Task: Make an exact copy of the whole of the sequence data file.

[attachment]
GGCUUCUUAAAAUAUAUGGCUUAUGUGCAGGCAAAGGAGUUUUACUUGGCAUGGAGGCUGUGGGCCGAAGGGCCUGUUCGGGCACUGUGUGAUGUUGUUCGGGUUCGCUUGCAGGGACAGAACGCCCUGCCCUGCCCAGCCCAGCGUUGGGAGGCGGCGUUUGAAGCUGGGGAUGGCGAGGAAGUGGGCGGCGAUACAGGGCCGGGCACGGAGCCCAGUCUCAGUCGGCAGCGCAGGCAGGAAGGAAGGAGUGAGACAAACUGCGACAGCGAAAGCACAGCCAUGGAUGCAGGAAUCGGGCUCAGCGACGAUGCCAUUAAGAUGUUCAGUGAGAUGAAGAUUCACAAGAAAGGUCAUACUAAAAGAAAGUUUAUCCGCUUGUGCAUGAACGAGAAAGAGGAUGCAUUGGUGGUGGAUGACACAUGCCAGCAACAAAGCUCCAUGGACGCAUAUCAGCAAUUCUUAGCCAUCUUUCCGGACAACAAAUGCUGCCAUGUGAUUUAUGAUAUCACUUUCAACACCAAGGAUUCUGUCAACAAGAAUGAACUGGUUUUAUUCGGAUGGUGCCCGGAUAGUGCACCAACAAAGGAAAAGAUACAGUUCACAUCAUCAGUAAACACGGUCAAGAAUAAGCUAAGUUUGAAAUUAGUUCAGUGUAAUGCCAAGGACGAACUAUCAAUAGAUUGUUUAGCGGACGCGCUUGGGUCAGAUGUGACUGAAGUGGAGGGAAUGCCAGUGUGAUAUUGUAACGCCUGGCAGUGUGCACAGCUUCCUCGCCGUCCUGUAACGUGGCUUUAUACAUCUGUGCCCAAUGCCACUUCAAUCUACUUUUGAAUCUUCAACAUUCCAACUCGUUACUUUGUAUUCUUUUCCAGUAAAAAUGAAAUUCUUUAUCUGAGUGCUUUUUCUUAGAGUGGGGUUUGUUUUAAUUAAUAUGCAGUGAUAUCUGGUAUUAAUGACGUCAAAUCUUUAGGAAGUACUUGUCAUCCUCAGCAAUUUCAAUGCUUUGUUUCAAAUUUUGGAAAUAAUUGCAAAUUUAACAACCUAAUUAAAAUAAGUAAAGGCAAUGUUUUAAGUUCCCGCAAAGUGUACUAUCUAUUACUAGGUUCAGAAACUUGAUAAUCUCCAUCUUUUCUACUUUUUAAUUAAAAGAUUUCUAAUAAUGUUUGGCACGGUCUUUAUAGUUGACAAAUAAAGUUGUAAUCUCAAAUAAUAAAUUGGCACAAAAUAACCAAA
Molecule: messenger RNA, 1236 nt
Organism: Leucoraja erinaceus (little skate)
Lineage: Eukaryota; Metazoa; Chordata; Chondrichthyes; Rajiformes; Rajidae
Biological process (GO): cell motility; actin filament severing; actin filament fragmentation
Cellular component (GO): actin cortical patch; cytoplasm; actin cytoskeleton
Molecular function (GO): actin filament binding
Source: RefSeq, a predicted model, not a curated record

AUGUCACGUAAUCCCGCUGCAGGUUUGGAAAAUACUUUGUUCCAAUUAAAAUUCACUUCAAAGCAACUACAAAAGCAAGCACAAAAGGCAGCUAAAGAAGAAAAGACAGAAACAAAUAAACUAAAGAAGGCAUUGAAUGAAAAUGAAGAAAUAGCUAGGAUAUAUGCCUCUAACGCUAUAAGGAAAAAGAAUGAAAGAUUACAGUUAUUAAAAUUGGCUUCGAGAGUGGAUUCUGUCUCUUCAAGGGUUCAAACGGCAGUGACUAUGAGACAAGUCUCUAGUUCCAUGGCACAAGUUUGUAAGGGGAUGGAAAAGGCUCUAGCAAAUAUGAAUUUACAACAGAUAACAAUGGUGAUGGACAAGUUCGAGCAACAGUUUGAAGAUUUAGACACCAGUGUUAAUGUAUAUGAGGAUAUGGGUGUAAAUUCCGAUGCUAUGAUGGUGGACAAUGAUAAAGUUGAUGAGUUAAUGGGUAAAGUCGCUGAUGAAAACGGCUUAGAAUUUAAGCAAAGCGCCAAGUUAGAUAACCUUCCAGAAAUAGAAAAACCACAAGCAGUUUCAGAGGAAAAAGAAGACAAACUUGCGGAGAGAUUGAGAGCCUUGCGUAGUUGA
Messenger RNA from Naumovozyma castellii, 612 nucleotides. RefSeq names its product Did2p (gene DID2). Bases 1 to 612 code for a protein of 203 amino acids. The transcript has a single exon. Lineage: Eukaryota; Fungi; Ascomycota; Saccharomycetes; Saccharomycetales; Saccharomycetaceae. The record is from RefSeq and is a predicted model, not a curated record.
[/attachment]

GGCUUCUUAAAAUAUAUGGCUUAUGUGCAGGCAAAGGAGUUUUACUUGGCAUGGAGGCUGUGGGCCGAAGGGCCUGUUCGGGCACUGUGUGAUGUUGUUCGGGUUCGCUUGCAGGGACAGAACGCCCUGCCCUGCCCAGCCCAGCGUUGGGAGGCGGCGUUUGAAGCUGGGGAUGGCGAGGAAGUGGGCGGCGAUACAGGGCCGGGCACGGAGCCCAGUCUCAGUCGGCAGCGCAGGCAGGAAGGAAGGAGUGAGACAAACUGCGACAGCGAAAGCACAGCCAUGGAUGCAGGAAUCGGGCUCAGCGACGAUGCCAUUAAGAUGUUCAGUGAGAUGAAGAUUCACAAGAAAGGUCAUACUAAAAGAAAGUUUAUCCGCUUGUGCAUGAACGAGAAAGAGGAUGCAUUGGUGGUGGAUGACACAUGCCAGCAACAAAGCUCCAUGGACGCAUAUCAGCAAUUCUUAGCCAUCUUUCCGGACAACAAAUGCUGCCAUGUGAUUUAUGAUAUCACUUUCAACACCAAGGAUUCUGUCAACAAGAAUGAACUGGUUUUAUUCGGAUGGUGCCCGGAUAGUGCACCAACAAAGGAAAAGAUACAGUUCACAUCAUCAGUAAACACGGUCAAGAAUAAGCUAAGUUUGAAAUUAGUUCAGUGUAAUGCCAAGGACGAACUAUCAAUAGAUUGUUUAGCGGACGCGCUUGGGUCAGAUGUGACUGAAGUGGAGGGAAUGCCAGUGUGAUAUUGUAACGCCUGGCAGUGUGCACAGCUUCCUCGCCGUCCUGUAACGUGGCUUUAUACAUCUGUGCCCAAUGCCACUUCAAUCUACUUUUGAAUCUUCAACAUUCCAACUCGUUACUUUGUAUUCUUUUCCAGUAAAAAUGAAAUUCUUUAUCUGAGUGCUUUUUCUUAGAGUGGGGUUUGUUUUAAUUAAUAUGCAGUGAUAUCUGGUAUUAAUGACGUCAAAUCUUUAGGAAGUACUUGUCAUCCUCAGCAAUUUCAAUGCUUUGUUUCAAAUUUUGGAAAUAAUUGCAAAUUUAACAACCUAAUUAAAAUAAGUAAAGGCAAUGUUUUAAGUUCCCGCAAAGUGUACUAUCUAUUACUAGGUUCAGAAACUUGAUAAUCUCCAUCUUUUCUACUUUUUAAUUAAAAGAUUUCUAAUAAUGUUUGGCACGGUCUUUAUAGUUGACAAAUAAAGUUGUAAUCUCAAAUAAUAAAUUGGCACAAAAUAACCAAA
Molecule: messenger RNA, 1236 nt
Organism: Leucoraja erinaceus (little skate)
Lineage: Eukaryota; Metazoa; Chordata; Chondrichthyes; Rajiformes; Rajidae
Biological process (GO): cell motility; actin filament severing; actin filament fragmentation
Cellular component (GO): actin cortical patch; cytoplasm; actin cytoskeleton
Molecular function (GO): actin filament binding
Source: RefSeq, a predicted model, not a curated record

AUGUCACGUAAUCCCGCUGCAGGUUUGGAAAAUACUUUGUUCCAAUUAAAAUUCACUUCAAAGCAACUACAAAAGCAAGCACAAAAGGCAGCUAAAGAAGAAAAGACAGAAACAAAUAAACUAAAGAAGGCAUUGAAUGAAAAUGAAGAAAUAGCUAGGAUAUAUGCCUCUAACGCUAUAAGGAAAAAGAAUGAAAGAUUACAGUUAUUAAAAUUGGCUUCGAGAGUGGAUUCUGUCUCUUCAAGGGUUCAAACGGCAGUGACUAUGAGACAAGUCUCUAGUUCCAUGGCACAAGUUUGUAAGGGGAUGGAAAAGGCUCUAGCAAAUAUGAAUUUACAACAGAUAACAAUGGUGAUGGACAAGUUCGAGCAACAGUUUGAAGAUUUAGACACCAGUGUUAAUGUAUAUGAGGAUAUGGGUGUAAAUUCCGAUGCUAUGAUGGUGGACAAUGAUAAAGUUGAUGAGUUAAUGGGUAAAGUCGCUGAUGAAAACGGCUUAGAAUUUAAGCAAAGCGCCAAGUUAGAUAACCUUCCAGAAAUAGAAAAACCACAAGCAGUUUCAGAGGAAAAAGAAGACAAACUUGCGGAGAGAUUGAGAGCCUUGCGUAGUUGA
Messenger RNA from Naumovozyma castellii, 612 nucleotides. RefSeq names its product Did2p (gene DID2). Bases 1 to 612 code for a protein of 203 amino acids. The transcript has a single exon. Lineage: Eukaryota; Fungi; Ascomycota; Saccharomycetes; Saccharomycetales; Saccharomycetaceae. The record is from RefSeq and is a predicted model, not a curated record.